now adopted was largely taken from his recommendation. He argued for the joint obligation of League members to use force, which was only partly adopted, as I have pointed out. He, too, recommended required submission of the justiciable questions to a court and of nonjusticiable questions to a conciliation council as the League to Enforce Peace had done. But the Smuts plan was much more comprehensive than that of the League to Enforce Peace. From that plan came the mandatory system of administering backward countries and internationalizing cities as wards of the League through competent and existing governments as agents answerable to the League. From that plan came the union of all present international bureaus under the League, as well as the permanent secretariat. He advocated international labor reforms through the League, and this function is left to be developed under the League. He, too, brought non-members of the League under its influence and action.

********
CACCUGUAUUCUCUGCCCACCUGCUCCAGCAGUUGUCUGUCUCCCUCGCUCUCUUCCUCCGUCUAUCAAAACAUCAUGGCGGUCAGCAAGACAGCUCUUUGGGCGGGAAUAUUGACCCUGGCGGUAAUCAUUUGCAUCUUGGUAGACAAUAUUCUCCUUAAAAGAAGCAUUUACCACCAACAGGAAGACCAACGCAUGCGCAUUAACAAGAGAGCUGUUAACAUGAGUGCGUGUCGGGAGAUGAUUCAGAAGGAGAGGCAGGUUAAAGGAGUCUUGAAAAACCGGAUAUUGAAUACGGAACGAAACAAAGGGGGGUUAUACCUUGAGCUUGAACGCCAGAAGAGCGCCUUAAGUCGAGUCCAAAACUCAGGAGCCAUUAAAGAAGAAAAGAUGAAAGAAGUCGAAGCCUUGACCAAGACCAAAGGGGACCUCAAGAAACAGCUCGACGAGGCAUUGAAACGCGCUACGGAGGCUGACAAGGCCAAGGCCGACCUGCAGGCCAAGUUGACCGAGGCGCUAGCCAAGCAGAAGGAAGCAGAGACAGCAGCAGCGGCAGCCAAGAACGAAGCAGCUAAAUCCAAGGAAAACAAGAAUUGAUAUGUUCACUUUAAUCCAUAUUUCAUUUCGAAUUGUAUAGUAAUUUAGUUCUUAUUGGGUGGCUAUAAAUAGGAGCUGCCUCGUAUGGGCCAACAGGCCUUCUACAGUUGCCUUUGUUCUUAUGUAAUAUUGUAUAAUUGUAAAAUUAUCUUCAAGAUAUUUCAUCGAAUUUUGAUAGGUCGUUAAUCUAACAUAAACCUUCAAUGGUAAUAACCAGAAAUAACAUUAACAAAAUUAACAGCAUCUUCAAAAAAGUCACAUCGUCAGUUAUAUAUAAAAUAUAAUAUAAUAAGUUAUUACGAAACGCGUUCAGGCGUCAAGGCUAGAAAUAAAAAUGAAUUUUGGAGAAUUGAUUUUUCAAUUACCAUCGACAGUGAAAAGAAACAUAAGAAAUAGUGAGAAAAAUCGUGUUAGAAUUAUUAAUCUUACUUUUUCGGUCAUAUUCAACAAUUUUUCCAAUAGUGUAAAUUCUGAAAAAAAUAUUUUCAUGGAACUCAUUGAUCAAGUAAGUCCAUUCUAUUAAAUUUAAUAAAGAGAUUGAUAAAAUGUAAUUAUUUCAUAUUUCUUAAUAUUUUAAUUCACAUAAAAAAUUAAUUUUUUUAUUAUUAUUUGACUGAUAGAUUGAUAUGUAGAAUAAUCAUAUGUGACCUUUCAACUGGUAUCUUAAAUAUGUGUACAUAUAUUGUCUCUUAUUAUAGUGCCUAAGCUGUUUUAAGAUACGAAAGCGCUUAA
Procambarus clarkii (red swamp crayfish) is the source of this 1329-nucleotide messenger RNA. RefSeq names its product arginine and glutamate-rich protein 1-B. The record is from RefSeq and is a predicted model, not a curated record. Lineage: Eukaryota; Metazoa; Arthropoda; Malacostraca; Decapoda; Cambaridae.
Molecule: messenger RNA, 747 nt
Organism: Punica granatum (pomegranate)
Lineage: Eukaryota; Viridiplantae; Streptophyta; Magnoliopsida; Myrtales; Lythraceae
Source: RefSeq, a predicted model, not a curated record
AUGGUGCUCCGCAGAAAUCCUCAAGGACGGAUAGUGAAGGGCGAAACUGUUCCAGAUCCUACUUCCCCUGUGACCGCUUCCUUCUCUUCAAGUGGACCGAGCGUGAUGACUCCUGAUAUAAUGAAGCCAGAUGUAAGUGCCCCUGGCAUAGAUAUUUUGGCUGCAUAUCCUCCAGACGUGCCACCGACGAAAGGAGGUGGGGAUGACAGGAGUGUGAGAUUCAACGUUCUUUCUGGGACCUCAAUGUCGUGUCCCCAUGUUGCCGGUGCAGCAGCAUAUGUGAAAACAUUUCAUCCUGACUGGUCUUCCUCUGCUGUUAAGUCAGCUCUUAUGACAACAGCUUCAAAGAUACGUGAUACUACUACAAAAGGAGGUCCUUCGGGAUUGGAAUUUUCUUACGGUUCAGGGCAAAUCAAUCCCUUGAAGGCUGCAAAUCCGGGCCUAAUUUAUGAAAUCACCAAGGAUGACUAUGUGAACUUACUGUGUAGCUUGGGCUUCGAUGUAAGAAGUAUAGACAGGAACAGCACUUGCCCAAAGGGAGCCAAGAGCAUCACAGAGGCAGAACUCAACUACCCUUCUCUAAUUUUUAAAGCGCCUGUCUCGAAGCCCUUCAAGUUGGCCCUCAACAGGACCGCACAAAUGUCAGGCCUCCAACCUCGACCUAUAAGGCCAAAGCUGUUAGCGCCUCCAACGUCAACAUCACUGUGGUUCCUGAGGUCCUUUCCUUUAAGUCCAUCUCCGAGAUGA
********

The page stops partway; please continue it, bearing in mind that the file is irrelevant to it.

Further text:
The giving to the Great Powers five votes in an executive council of nine is one of the most important features of the constitution and is indispensable to any practical working of it. They are the responsible members who are to do the work. The minor states of the League enjoy its protection, but will not be willing to expend money or effort in maintaining its authority. They should not be permitted to arrogate to themselves equal authority with the Great Powers and thus seriously interfere with the League's efficient operations. This is a sufficient safeguard against a too early admission of Germany.
The treaty of peace to be framed is to deal with Middle and Eastern Europe, the Near East and the German colonies. The plan is to create ten or a dozen new states, more than half of them independent republics and the remainder under